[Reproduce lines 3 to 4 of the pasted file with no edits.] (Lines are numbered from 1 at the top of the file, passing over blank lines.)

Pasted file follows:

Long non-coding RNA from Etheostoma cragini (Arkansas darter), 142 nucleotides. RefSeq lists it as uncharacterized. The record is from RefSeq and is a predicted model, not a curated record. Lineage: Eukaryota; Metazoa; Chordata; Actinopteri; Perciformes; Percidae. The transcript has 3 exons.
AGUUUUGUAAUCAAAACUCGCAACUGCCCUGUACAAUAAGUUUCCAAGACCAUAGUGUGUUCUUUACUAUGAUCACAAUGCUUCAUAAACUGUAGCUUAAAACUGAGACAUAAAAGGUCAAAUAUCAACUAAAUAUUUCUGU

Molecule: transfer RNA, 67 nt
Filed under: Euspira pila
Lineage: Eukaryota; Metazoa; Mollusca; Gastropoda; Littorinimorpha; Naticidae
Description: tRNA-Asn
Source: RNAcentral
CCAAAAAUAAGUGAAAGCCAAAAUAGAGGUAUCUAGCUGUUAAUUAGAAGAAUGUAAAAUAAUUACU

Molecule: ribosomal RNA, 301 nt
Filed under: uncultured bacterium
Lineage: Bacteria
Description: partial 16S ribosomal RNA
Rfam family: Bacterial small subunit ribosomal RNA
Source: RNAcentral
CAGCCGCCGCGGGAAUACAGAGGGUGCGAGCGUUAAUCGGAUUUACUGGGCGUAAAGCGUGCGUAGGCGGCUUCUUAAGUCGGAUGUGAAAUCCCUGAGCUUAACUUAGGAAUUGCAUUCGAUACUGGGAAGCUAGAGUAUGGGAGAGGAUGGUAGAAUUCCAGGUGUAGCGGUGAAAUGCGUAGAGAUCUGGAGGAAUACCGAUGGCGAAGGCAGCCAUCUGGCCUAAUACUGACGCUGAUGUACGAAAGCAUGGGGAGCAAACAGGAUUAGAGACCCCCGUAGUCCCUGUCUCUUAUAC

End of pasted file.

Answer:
Molecule: transfer RNA, 67 nt
Filed under: Euspira pila